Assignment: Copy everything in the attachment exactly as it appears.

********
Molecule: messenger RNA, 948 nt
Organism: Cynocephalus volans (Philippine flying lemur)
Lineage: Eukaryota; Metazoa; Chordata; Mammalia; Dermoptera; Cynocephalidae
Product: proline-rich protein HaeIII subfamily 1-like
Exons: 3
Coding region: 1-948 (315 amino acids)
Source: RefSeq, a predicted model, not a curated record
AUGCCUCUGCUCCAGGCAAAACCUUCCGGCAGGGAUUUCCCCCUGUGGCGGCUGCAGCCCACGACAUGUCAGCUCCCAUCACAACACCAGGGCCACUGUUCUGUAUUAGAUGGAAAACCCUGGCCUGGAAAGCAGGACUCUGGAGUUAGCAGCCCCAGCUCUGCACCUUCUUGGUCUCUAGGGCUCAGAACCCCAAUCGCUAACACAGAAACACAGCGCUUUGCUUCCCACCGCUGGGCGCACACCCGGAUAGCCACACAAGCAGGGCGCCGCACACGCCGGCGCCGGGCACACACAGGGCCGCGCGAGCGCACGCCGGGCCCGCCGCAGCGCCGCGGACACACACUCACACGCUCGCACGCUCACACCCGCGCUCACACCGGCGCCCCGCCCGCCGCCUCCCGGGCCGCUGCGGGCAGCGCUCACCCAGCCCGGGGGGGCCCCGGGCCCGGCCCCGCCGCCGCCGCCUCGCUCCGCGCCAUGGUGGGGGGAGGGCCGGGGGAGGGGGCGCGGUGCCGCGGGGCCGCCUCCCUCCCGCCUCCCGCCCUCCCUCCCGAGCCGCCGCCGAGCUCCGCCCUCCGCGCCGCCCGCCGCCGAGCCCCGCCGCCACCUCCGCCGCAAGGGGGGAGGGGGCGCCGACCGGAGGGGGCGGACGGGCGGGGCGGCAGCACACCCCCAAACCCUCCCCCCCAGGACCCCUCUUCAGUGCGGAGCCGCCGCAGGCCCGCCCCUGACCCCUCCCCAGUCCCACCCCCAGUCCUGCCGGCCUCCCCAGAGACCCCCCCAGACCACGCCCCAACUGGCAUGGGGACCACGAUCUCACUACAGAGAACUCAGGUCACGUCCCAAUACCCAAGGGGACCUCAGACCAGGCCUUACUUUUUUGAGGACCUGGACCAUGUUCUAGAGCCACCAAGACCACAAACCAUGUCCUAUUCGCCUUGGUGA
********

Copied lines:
Molecule: messenger RNA, 948 nt
Organism: Cynocephalus volans (Philippine flying lemur)
Lineage: Eukaryota; Metazoa; Chordata; Mammalia; Dermoptera; Cynocephalidae
Product: proline-rich protein HaeIII subfamily 1-like
Exons: 3
Coding region: 1-948 (315 amino acids)
Source: RefSeq, a predicted model, not a curated record
AUGCCUCUGCUCCAGGCAAAACCUUCCGGCAGGGAUUUCCCCCUGUGGCGGCUGCAGCCCACGACAUGUCAGCUCCCAUCACAACACCAGGGCCACUGUUCUGUAUUAGAUGGAAAACCCUGGCCUGGAAAGCAGGACUCUGGAGUUAGCAGCCCCAGCUCUGCACCUUCUUGGUCUCUAGGGCUCAGAACCCCAAUCGCUAACACAGAAACACAGCGCUUUGCUUCCCACCGCUGGGCGCACACCCGGAUAGCCACACAAGCAGGGCGCCGCACACGCCGGCGCCGGGCACACACAGGGCCGCGCGAGCGCACGCCGGGCCCGCCGCAGCGCCGCGGACACACACUCACACGCUCGCACGCUCACACCCGCGCUCACACCGGCGCCCCGCCCGCCGCCUCCCGGGCCGCUGCGGGCAGCGCUCACCCAGCCCGGGGGGGCCCCGGGCCCGGCCCCGCCGCCGCCGCCUCGCUCCGCGCCAUGGUGGGGGGAGGGCCGGGGGAGGGGGCGCGGUGCCGCGGGGCCGCCUCCCUCCCGCCUCCCGCCCUCCCUCCCGAGCCGCCGCCGAGCUCCGCCCUCCGCGCCGCCCGCCGCCGAGCCCCGCCGCCACCUCCGCCGCAAGGGGGGAGGGGGCGCCGACCGGAGGGGGCGGACGGGCGGGGCGGCAGCACACCCCCAAACCCUCCCCCCCAGGACCCCUCUUCAGUGCGGAGCCGCCGCAGGCCCGCCCCUGACCCCUCCCCAGUCCCACCCCCAGUCCUGCCGGCCUCCCCAGAGACCCCCCCAGACCACGCCCCAACUGGCAUGGGGACCACGAUCUCACUACAGAGAACUCAGGUCACGUCCCAAUACCCAAGGGGACCUCAGACCAGGCCUUACUUUUUUGAGGACCUGGACCAUGUUCUAGAGCCACCAAGACCACAAACCAUGUCCUAUUCGCCUUGGUGA